Professor Robert (Bob) Brown is Chair in Translational Oncology in the Department of Surgery and Cancer within the Faculty of Medicine at Imperial College. His research focuses on epigenetics and drug resistance – why chemotherapy sometimes stops working for patients with ovarian cancer.
How did you get this job? What were you doing before?
I joined the Department of Surgery & Cancer in 2007 after being strongly encouraged to apply for the post by the senior leadership team in Faculty of Medicine at Imperial College London. Importantly, I saw it as an opportunity to develop my research interests in drug resistance and to tackle new challenges, in both education and research.
Previously I had worked at the CRUK Beatson Laboratories in Glasgow University. Although I regretted leaving Scotland, I saw it as an exciting opportunity to work with the Ovarian Cancer Action Research Centre and internationally leading cancer researchers in the Division of Cancer at Imperial College and Institute of Cancer Research.
Did you always want to be a scientist?
Since the age of about 12, I wanted to be a biologist. I am fascinated by genetics and epigenetics. After my PhD on mutational effects of ionising radiation on cells, I trained at Heidelberg in Germany to learn molecular biology methods, as it was clear this was a key skill essential for cancer research. Today the key skill I encourage is bioinformatics – how to visualise and interrogate complex data.
After my training, I returned to my roots in Glasgow and started to apply my training to address clinically relevant research questions, in particular trying to find out why chemotherapy sometimes stops working and patients’ tumours develop drug resistance.
This led me to try to understand the detailed mechanisms of how tumours switch genes on and off. And this in turn prompted me to explore whether we can use epigenetic drugs to switch genes on and stop tumours growing, or make them more sensitive to chemotherapy. Now I am not only interested in whether we can treat tumours with these drugs once they become resistant, but whether we can use epigenetic drugs to prevent tumours becoming resistant and hence improve patient survival.
What made you want to research ovarian cancer?
I want to understand the biology of ovarian cancer and how it evolves. Not only when the woman is first diagnosed, but also how the tumour characteristics change following chemotherapy and the implications of this for new approaches to treatment.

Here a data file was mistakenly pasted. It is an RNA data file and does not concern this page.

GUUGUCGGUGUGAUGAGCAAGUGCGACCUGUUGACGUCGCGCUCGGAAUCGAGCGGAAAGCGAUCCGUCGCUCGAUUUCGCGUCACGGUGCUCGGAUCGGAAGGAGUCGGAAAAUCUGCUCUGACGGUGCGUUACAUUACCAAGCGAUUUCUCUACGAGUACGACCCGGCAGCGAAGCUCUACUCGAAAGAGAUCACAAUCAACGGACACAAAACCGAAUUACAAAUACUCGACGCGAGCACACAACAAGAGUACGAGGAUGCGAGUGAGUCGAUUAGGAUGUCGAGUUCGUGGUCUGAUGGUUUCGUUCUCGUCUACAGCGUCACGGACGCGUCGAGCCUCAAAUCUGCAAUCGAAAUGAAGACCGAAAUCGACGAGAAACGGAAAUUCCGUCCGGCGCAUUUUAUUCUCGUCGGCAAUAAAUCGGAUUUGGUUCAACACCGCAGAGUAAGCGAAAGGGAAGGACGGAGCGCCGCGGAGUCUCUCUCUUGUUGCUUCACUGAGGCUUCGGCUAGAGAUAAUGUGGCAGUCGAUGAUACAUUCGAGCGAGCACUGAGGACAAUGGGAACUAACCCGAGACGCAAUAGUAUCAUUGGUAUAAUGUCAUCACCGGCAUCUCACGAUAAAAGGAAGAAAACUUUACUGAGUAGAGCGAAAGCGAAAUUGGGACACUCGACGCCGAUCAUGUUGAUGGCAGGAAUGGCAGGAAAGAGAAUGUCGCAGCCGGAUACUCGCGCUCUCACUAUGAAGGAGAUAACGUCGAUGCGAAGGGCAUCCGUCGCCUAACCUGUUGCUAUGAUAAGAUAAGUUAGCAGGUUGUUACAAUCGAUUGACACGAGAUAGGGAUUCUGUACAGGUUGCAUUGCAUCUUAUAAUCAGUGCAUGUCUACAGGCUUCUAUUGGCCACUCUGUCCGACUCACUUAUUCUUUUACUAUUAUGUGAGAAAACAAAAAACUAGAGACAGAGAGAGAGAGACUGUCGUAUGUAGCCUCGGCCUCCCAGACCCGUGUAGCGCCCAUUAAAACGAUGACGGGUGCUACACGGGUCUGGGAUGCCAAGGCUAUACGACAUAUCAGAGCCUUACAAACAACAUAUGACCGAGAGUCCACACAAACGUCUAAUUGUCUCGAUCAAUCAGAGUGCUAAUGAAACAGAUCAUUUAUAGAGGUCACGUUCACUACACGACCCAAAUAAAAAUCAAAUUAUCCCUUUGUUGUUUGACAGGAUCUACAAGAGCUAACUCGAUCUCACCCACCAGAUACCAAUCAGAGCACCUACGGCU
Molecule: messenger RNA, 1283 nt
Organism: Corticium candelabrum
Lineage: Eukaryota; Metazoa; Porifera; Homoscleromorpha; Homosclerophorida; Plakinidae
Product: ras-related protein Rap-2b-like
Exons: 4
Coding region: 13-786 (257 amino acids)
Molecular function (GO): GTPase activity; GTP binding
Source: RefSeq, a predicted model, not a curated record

Over the last few years we have begun to understand more about how and from what cell ovarian cancer develops. It is a disease where most patients respond to conventional, carboplatin-based chemotherapy and an increasing number of molecularly-targeted agents are becoming available. However, despite these exciting research advances, survival for women with ovarian cancer has not improved much over the last several decades.
We need better treatments for women when they fail current options; we need to identify who will benefit from personalised treatments, and we need to explore innovative approaches to clinical trials. The challenge is using our understanding of the biology of ovarian cancer to get the right drugs to the right patients quicker.
What is your most memorable work moment?
About twenty years ago a PhD student I was supervising came to me with a “wrong” result. In fact, there was nothing wrong with the result, it was just not what we were expecting.
Unexpected results are exciting as they can take you down new avenues of research. It suggested that platinum chemotherapy was causing or selecting for loss of a particular DNA repair pathway. This was counter-intuitive and I have spent the last twenty years trying to understand it. Which I think we now (mostly) do, although it inevitably has led to an entirely new set of questions.
The student got his PhD and is now a Medical Oncology consultant.
What is the best part of your job?
Supervising students and mentoring early career investigators. I enjoy watching them develop their independent research approach and seeing them develop a successful career. So far I have supervised 33 students to successful completion of their PhD or MD.
Who inspires you?
My daughters, Katie and Georgia and son-in-law, Al. One daughter is a nurse working on a gynaecological ward and the other is training to be a genomic counsellor. Al is a computer science teacher. They are all enthusiastic about what they do and using their education in a way that benefits society. Otherwise, two Medical Oncologists I have worked with who use their knowledge and training in an innovative, patient-centric manner. Both have great insight and knowledge, although probably their greatest strength is knowing what they don’t know. I won’t embarrass them by naming them.
What’s your vision for the future of ovarian cancer treatment?
Having the right treatment for the right patients quicker. This will be based on using functional imaging or molecular analysis of patient-derived tissue samples to allow better diagnosis and increased precision of treatment.